The statistics on the country’s industrial workers are not even reliable. They seem to differ from agencies to agencies conducting the surveys. According to a Labour Bureau survey, 3.14 crore workers were employed in nine organised sector industries in the December quarter of 2021. The number of workers stood at around 3.10 crore in the previous quarter. There is little information around how many workers retire or lose jobs every quarter. As per the Periodic Labour Force Survey (PLFS) carried out by the National Sample Survey Organisation of the Ministry of Statistics & Programme Implementation, in 2017-18, the total employment in both organised and unorganised sector in the country was around 47 crores. Out of this, approximately nine crores were engaged in the organised sector and the balance of 38 crores in the unorganised sector. The workers were divided into three categories — establishments with 10 or more workers; those with 20 or more workers and others engaged in the unorganised sector. If the number of employees under an employer is less than 20, he is exempt from PF registration for its employees. The question of contributory retirement pension does not arise for such employees. There exists a National Pension Scheme for traders and self-employed. Subject to several conditions, the pension ceiling is Rs.3,000 per month.
India’s rapid global economic growth rate is not translating to the quality of life of its vast workforce, organised or unorganised. The future of workers after retirement looks even more bleak with the shrinking employment in the organised sector. The growing trend of the contract labour system has little provision for pension, provident fund and gratuity. Even the government jobs at the centre and states are being created increasingly on a contractual basis. The duration of such jobs is normally around four years. A small section of such employees can expect an extension of service strictly on the basis of annual assessment reports. More and more companies are recruiting on contract basis through walk-in interviews. Remunerations are normally low. The job market has always been pro-employer due to massive unemployment in the country, which is expanding with population growth and higher access to education. From a six percent unemployment rate in 2017, India’s unemployment rate climbed to 8.3 percent in 2022. According to an estimate, over the next four years, 10 million more people would join the ranks of the unemployed. The number of jobless people in the country is expected to be more than 22 crores in 2023.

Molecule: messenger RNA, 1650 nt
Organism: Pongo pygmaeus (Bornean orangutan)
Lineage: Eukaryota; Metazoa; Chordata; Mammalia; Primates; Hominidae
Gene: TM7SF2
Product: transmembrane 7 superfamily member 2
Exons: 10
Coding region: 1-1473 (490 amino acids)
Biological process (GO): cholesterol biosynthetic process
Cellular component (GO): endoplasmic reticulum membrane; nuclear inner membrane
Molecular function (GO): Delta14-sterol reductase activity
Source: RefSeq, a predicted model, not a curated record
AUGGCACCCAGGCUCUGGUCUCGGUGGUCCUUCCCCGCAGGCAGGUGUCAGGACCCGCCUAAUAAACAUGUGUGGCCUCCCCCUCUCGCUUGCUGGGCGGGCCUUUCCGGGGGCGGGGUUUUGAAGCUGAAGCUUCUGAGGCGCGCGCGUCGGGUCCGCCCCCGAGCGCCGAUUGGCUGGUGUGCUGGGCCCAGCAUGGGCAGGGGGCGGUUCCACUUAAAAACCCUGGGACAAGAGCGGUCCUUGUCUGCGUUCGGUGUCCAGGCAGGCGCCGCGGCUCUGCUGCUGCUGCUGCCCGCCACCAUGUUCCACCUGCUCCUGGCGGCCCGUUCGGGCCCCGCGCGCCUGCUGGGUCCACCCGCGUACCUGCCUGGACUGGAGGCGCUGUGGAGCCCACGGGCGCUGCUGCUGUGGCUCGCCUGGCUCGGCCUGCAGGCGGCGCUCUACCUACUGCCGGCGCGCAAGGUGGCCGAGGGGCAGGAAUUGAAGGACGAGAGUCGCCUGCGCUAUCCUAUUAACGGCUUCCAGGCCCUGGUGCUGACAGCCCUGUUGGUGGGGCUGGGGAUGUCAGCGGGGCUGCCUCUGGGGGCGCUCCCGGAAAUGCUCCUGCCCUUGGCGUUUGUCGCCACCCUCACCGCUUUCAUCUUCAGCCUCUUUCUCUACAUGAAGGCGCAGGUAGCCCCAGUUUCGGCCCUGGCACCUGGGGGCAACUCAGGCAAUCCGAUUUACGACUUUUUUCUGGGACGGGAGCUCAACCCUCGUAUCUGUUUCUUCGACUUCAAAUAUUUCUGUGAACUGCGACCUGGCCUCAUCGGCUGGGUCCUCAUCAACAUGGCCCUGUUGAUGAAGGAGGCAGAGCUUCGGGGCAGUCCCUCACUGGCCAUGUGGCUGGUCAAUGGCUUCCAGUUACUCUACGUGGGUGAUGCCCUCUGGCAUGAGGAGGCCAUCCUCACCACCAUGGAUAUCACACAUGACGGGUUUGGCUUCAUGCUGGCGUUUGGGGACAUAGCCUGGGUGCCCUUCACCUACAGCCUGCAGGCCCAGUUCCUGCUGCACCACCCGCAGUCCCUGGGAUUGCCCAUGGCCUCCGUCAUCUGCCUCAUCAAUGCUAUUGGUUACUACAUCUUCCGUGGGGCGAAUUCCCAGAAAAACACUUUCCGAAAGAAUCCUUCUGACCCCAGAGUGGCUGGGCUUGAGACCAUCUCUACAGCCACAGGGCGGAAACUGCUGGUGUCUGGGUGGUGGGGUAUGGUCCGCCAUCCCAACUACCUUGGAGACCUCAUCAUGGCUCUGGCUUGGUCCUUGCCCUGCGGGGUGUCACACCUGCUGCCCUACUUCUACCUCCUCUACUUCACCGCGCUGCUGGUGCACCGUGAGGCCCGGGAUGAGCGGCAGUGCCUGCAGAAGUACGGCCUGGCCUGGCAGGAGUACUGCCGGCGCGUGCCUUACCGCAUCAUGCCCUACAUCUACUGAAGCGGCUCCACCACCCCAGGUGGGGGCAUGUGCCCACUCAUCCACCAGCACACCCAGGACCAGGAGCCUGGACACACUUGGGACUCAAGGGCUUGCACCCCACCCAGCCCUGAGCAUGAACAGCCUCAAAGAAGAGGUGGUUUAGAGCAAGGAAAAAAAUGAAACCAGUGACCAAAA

This explains why the pension of industrial workers occupies little priority in the government’s scheme of things. India never made a serious attempt to make sure that its citizens have adequate retirement income to survive gracefully. Countries such as the UK, USA, Australia, Canada and Malaysia are known to have taken different approaches to ensure that their citizens have adequate retirement income. Some countries even offer programmes for re-employment of retired workers as a means of providing its older citizens with more employment opportunities. India’s industry produced on an average a new billionaire every week in 2020, despite the Covid-19 pandemic, noted the 10th Edition of Hurun Global Rich List 2021, while the world’s most populous country’s retired industrial workers are forced to live on a pittance from pension schemes and other savings. (IPA Service)